Transnational Social Work

Aim and scope

Due to increasing border crossing of people, social relations, and organizations, nation states and their key institutions are being transformed as these social flows transcend national borders and connect formerly different social worlds together. Transnational processes are by no means new developments. Historically, social work was significantly influenced by border crossing phenomena. However, since the end of the last century they have considerably increased in scope and intensity as pointed out by the vast research in the field of 'transnational studies'. Social work is highly influenced by them. They affect the everyday life worlds of its clients, its services and interventions, its organisations as well as their political frameworks and create fundamental challenges for social work.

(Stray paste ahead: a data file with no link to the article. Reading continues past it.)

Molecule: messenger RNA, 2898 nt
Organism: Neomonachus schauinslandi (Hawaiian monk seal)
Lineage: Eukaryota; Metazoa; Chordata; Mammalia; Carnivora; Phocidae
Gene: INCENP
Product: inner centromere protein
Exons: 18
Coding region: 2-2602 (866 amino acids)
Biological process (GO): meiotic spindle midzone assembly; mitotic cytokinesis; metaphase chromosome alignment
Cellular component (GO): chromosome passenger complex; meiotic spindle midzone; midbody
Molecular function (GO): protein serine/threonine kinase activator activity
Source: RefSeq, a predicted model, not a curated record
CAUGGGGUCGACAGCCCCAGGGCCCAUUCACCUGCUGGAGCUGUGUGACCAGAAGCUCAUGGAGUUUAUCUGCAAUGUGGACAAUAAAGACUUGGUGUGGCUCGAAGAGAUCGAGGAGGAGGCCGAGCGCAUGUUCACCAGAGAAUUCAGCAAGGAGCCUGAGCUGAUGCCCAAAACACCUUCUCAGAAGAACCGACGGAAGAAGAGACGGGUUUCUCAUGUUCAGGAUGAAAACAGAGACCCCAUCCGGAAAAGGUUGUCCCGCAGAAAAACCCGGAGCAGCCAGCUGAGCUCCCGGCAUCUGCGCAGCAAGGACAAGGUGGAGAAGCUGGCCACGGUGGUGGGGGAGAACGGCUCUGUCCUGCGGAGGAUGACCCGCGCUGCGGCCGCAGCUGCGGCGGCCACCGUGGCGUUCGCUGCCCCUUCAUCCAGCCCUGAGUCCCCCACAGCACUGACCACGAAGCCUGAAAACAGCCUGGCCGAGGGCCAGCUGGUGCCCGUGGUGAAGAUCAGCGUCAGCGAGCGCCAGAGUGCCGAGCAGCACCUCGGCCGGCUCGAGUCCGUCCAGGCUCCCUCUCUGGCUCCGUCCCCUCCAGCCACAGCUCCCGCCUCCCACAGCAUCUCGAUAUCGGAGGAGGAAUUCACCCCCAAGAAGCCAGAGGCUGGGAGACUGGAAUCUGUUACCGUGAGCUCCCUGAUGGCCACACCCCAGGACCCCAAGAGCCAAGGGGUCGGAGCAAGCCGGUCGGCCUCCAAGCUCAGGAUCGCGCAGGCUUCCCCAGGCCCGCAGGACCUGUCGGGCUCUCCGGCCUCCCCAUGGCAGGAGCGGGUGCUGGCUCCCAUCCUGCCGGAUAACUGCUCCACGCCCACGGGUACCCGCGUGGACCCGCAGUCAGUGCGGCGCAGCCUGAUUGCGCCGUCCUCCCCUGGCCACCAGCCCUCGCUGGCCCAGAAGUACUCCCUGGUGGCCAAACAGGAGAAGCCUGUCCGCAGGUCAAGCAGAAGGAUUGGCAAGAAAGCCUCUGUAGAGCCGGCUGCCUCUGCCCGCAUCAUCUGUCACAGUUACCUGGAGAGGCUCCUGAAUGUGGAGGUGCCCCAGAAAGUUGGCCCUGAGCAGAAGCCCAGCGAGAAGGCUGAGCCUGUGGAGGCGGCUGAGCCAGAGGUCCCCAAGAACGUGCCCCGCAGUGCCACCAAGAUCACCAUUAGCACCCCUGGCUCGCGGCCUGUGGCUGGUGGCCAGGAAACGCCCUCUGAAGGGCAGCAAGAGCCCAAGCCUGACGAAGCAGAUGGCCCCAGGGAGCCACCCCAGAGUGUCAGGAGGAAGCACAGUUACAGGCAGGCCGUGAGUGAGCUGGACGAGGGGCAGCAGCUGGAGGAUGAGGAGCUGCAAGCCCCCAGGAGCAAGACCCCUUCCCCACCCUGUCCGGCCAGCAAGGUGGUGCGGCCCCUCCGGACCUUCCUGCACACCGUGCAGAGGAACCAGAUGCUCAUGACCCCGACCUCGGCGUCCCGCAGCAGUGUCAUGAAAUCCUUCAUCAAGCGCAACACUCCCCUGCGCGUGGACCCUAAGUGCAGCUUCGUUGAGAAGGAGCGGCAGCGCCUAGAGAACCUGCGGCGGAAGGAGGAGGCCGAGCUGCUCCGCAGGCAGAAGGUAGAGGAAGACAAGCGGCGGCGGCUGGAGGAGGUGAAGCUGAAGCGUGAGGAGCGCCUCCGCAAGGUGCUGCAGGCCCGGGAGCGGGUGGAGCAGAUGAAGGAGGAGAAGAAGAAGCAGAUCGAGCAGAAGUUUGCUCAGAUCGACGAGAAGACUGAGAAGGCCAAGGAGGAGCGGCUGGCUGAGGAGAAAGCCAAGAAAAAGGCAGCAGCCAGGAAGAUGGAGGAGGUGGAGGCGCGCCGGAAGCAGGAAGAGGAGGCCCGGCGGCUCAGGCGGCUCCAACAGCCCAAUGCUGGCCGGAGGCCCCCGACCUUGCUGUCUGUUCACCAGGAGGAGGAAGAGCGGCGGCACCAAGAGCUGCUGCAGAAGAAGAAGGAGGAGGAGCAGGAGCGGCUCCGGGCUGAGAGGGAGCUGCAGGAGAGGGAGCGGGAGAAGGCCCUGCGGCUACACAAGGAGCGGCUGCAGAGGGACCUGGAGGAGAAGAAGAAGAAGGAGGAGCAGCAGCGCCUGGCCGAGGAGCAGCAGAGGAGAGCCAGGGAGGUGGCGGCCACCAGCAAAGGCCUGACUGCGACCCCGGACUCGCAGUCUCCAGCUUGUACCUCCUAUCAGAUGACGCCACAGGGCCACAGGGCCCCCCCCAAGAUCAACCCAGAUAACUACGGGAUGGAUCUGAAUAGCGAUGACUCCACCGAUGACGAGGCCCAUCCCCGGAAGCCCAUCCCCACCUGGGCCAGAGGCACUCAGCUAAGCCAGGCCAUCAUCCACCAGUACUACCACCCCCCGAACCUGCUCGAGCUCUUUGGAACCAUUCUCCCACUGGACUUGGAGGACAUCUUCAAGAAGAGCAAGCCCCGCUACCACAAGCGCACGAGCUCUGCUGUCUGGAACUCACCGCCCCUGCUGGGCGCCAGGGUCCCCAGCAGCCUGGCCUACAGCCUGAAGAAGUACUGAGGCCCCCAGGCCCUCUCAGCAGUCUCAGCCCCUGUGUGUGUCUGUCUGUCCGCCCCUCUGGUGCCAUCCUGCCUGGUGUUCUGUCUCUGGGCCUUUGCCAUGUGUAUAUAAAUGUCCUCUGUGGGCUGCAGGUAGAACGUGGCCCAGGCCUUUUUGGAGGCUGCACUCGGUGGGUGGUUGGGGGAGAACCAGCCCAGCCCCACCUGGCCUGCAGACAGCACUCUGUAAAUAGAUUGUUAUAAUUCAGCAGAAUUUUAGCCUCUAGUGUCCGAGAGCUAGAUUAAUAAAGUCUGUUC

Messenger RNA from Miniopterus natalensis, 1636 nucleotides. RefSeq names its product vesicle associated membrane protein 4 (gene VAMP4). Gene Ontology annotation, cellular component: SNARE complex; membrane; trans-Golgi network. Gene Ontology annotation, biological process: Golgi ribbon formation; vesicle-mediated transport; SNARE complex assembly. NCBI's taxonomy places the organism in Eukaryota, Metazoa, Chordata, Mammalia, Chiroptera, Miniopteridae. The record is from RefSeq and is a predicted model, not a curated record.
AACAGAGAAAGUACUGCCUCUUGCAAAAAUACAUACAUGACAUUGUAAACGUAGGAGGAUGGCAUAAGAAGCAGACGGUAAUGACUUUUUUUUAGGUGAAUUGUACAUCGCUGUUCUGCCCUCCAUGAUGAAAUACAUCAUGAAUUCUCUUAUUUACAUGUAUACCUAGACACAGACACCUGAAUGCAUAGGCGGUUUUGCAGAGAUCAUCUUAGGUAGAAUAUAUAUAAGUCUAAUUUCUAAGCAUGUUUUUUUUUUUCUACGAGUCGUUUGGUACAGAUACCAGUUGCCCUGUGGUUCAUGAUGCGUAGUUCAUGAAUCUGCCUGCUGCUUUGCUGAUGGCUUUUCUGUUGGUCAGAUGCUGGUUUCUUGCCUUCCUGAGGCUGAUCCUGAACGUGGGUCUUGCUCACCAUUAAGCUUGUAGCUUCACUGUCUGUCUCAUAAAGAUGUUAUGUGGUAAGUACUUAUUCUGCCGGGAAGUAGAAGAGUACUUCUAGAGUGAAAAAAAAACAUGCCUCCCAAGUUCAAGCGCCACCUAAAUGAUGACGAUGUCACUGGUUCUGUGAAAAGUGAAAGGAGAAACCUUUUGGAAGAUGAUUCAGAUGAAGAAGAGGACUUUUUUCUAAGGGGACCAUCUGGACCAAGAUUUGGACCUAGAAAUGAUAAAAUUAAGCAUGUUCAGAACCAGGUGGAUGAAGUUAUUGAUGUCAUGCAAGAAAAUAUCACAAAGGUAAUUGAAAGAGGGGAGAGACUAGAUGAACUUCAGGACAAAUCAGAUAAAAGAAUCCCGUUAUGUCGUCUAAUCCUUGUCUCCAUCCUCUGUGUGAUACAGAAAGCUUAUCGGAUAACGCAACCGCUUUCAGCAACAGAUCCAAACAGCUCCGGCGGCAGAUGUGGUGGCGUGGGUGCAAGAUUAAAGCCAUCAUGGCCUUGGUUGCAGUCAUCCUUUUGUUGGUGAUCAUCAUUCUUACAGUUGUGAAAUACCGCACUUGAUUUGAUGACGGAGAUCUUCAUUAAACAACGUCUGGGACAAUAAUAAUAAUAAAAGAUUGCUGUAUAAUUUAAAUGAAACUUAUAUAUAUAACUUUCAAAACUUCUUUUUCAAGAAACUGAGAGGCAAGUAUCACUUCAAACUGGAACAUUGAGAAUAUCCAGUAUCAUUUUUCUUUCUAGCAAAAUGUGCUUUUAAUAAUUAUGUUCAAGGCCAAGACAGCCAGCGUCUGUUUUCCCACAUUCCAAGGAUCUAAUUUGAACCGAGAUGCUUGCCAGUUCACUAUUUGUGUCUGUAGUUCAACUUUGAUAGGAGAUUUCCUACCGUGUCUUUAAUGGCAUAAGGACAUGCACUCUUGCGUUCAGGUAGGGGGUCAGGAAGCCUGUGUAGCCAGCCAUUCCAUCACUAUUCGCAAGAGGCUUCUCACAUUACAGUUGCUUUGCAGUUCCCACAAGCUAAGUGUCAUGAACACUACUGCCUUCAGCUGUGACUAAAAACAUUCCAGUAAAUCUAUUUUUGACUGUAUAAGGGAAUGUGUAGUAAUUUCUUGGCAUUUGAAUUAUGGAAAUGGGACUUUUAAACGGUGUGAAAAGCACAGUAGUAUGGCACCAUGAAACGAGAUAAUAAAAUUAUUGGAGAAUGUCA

However, social work is just at its beginning in systematically reflecting and analyzing the significance of border crossing developments. At times social work is trapped by problems which are pointed out by the concept of 'methodological nationalism'. This concept refers to the naturalisation and substantialisation of the nation state and the correspondent equation of society and the nation state. This is turn runs the risk that problem definitions, categories of analysis and methods of social work are situated within the context of national borders and its organisations and institutions. As a result, it is difficult for social work to identify transnational processes and include them only to a limited degree – if at all – in social work terminology, social work practice and research strategies.

Therefore, the Special Interest Group will bring together scholars to discuss the challenges for social work of an increasing transnational world. The following questions are of major concern:

o   How do transnational developments affect social work?

o   What challenges do they pose with regard to the theoretical, empirical and practical development of social work?

o   What approaches have been developed to respond to the increasing transnational interconnectness of social work?



Prof. Dr. Cornelia Schweppe (University of Mainz, Germany) 

Prof. Dr. Wolfgang Schröer (University of Hildesheim, Germany)